PowerPoint presentations are a powerful way of conveying a message to your colleagues, clients, and peers. The problem is if you do not know how to use PowerPoint in a way that grabs the attention of your audience, you might lose them by the second slide. This is where the 7 by 7 rule comes in handy. But, what exactly is it?
The 7 by 7 rule is a method used where each line has no more than 7 words and a slide has no more than 7 lines. This is a way of keeping your presentations easily readable and understandable to the audience. If your lines and slides are too “wordy” you run the risk of turning your audience away.
It is easy to forget the role of the audience in a presentation’s success. It does not matter how much time and energy you put into a presentation if your audience finds it a drab. If your presentation does not grab the attention of your audience, all the other qualities become meaningless.
The 7 by 7 rule lets you overcome this challenge with ease even if you are a beginner. So, let’s talk about this rule for PowerPoint.
What is the 7 by 7 Rule for PowerPoint?
I want you to think of how much effort you are putting into your presentations. Imagine all that work only for your audience to lose interest within the first few minutes. This happens more than most people think.
Using the 7 by 7 rule is the best way to keep your audience interested in the presentation. All it means is, there must be no more than 7 lines per slide and no more than 7 words per line.
The 7 by 7 rule is for presentations that have a lot of information in them. You get different rules such as the “5 by 5”, the “6 by 6”, and of course the 7 by 7. The last one being the bigger of the 3 and the focus of this article, it is used for presentations that are jam-packed with information.
While this rule helps, it is important to note that you still need to create a great presentation. The 7 by 7 rule should be used as a guideline to improve the presentation. Unfortunately, there is no secret method that can be a substitute for a well researched and well put together the presentation.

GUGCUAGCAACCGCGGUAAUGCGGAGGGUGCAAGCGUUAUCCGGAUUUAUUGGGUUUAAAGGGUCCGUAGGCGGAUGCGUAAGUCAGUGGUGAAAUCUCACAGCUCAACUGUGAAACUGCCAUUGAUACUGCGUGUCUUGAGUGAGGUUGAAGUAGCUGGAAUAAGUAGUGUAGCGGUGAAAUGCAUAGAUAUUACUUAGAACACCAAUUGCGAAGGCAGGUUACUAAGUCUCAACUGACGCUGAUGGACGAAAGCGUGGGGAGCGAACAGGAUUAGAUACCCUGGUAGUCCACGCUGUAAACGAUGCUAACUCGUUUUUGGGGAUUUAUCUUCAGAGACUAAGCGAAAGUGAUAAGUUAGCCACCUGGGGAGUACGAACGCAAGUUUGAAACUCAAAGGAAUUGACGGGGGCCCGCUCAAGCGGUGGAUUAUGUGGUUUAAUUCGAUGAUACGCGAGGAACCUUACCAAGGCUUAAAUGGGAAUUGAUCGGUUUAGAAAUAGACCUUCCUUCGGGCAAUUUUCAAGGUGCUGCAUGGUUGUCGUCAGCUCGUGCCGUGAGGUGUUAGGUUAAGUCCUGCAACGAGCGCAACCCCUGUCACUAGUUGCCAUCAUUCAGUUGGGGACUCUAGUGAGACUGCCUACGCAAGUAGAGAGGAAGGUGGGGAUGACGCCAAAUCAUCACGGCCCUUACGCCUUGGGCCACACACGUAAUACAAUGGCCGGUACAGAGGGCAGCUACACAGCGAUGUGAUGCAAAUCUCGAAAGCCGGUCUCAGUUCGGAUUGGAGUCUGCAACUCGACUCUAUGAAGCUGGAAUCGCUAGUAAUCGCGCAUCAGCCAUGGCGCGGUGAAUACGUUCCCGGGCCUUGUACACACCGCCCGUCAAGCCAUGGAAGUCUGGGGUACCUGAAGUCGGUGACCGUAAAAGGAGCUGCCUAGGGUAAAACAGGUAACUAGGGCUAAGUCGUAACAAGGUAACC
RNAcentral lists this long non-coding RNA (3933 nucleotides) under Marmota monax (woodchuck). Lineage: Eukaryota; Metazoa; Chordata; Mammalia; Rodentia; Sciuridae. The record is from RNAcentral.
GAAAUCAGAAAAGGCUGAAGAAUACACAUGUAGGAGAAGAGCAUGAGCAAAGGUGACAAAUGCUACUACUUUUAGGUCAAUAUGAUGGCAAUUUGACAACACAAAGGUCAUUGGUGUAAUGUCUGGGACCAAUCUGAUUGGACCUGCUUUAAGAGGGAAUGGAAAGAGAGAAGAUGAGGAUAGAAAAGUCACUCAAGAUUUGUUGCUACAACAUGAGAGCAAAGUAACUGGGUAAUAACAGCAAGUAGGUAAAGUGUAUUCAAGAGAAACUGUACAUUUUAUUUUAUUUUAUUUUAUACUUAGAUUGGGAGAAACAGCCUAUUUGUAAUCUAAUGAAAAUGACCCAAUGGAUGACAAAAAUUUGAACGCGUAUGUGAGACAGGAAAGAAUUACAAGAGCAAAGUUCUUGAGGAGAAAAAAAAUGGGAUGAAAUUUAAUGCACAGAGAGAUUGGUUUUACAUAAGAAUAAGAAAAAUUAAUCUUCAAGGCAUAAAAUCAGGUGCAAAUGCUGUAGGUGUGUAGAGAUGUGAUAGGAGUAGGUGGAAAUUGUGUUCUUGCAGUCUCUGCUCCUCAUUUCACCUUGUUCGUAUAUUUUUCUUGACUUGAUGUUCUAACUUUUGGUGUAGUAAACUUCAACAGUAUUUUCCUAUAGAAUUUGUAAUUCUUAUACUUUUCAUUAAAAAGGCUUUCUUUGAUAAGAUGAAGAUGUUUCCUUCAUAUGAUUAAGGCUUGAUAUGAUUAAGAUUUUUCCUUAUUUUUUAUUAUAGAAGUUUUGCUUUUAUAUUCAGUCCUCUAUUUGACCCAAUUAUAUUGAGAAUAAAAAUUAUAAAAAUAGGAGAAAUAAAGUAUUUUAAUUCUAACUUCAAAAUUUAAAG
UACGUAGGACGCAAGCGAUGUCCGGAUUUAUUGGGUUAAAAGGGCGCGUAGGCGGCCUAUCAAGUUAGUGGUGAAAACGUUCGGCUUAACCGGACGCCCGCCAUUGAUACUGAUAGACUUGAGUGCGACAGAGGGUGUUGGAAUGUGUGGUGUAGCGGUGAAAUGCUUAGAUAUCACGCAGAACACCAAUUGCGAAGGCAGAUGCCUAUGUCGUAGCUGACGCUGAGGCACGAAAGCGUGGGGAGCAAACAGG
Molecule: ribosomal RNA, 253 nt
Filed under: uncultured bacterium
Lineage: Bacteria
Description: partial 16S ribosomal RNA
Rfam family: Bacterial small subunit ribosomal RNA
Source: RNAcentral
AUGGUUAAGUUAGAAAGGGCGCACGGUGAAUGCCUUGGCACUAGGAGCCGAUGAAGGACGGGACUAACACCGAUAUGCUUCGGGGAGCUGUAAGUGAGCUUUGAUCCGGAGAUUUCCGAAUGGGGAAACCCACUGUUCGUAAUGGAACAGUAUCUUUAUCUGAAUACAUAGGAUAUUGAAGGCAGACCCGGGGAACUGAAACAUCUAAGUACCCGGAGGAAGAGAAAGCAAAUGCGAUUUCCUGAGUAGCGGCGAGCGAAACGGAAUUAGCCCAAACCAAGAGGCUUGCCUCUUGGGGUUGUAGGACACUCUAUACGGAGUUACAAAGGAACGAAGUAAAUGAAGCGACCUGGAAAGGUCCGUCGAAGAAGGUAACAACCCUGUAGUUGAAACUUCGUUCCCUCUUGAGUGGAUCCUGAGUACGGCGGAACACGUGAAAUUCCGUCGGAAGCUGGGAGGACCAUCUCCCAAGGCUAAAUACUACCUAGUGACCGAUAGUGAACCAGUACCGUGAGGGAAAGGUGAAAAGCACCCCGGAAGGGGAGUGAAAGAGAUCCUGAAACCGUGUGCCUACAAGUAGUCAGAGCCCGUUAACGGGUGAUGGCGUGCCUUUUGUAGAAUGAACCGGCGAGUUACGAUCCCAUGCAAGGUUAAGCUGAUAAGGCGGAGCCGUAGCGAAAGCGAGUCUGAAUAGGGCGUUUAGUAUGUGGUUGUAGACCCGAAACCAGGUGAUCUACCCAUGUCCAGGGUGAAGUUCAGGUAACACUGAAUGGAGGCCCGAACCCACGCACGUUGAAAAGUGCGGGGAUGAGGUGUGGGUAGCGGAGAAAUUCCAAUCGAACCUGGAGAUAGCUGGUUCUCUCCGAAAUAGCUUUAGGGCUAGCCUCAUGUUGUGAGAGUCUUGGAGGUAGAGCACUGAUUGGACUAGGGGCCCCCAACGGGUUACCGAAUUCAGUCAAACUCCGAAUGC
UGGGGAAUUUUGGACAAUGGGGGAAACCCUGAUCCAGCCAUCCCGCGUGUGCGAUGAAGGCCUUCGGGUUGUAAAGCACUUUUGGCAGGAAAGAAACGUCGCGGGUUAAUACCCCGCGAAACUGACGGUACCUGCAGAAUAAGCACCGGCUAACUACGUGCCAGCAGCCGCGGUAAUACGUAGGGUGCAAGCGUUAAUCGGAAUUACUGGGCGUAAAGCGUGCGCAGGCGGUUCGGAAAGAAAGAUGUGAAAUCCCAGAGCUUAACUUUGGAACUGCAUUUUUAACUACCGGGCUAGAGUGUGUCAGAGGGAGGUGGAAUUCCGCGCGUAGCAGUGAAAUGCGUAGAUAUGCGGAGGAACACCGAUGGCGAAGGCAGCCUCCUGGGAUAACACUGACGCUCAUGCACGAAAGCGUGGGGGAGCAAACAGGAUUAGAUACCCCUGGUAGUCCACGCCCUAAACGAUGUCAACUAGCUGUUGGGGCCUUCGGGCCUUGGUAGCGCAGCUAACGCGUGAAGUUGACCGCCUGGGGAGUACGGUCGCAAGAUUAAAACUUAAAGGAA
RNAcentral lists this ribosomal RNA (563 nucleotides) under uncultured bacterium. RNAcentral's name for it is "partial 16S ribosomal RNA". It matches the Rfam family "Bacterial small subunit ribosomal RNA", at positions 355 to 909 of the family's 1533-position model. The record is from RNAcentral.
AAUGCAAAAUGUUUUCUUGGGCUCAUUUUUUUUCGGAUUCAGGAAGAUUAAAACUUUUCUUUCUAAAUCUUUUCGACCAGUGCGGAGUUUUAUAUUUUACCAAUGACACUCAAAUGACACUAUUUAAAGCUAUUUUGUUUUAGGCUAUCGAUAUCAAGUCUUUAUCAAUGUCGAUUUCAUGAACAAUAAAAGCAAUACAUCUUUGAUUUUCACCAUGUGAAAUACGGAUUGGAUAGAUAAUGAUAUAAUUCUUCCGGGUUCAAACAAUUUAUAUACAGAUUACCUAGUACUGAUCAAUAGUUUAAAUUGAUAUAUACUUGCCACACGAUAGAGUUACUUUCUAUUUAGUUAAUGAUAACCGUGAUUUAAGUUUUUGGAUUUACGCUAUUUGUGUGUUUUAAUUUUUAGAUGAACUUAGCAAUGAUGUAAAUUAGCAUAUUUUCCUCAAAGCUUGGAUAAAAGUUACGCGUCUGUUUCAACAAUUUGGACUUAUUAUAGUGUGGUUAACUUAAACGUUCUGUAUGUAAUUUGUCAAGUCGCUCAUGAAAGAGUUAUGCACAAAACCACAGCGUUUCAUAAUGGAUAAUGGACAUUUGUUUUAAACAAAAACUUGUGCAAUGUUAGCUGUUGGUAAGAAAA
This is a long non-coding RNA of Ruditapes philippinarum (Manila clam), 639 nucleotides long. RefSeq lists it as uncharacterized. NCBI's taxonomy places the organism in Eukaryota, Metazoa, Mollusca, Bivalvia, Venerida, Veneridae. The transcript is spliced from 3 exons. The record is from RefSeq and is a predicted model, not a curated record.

Why 7 Lines Per Slide?
When someone has a lot on their mind regarding their work and personal life, sitting in for a presentation can be a little tiring. It is easy for people to wander off into the abyss of their minds. This does not have to be the case for your presentations.
The 7 line rule is a guideline to help you keep your slides as clean and easily readable as possible. It is to reduce clutter in each of your slides so that when your audience scans the slide, they can easily navigate each point you are trying to make.
Use the guideline to help you stay on the topic through each slide. It is best to use each line as a bullet point and when you combine this with the 7-word rule below, your audience will mostly stay focused.
Another aspect that you need to keep in mind is that these 7 lines are merely points for you to elaborate on. Think of them as trigger points that will help you remember the overall discussion that you want to have for a particular slide.
You don’t want the audience to just read what is written on the slides. This will become boring pretty quickly. Keeping the points short and succinct, and directly related to the topic of your presentation is key to keeping the audience engaged. This way, the audience will also be able to absorb all the information a lot easier than if your slide was cluttered.
Why 7 Words Per Line?
When I see a presentation that has too much stuff on it, it is a big turn off for me.
A common mistake we make is to make the slide look too text-heavy, and we sound too verbose when we are trying to explain something. This is especially true when we are passionate about something. Being passionate about something is great but being too verbose is a sure-fire way to lose your audience in the clutter of words.
Using the 7-word guideline will help you be specific. You do not even have to structure your sentences, in fact, why not just get rid of sentences altogether? With the 7 word rule, you can make short statements.
Try to structure each line with small bullet points instead of long drawn-out sentences. This will help your presentation be more factual and less boring.
Remember, you want to use the slides only as visual reference to the points that you want to make during the presentation. Thus, it doesn’t make sense to stuff it with words when you are anyway going to talk about it.
How to Create the 7 by 7 Rule in PowerPoint
Great, so you are considering implementing this into your next presentation and want to know how to do it!
Making a presentation using the 7 by 7 rule is as easy as the name sounds. There is no specific option or a flip-switch that will help you create your presentation using the 7 by 7 rule in PowerPoint.
It is all about structuring the presentation according to the rule. Use the rule to structure the content on the slides in a clean a clutterless fashion. Use each line as a bullet point and the words per line should be mini statements instead of sentences.
That said, there are a few tips that can help you master this technique of presentation creation.
Tip 1 – Treat Each Line as a Reference for the Overall Point
It can not be highlighted enough that you ought to use the slides with text only as a reference to the whole story that you want to share using that slide.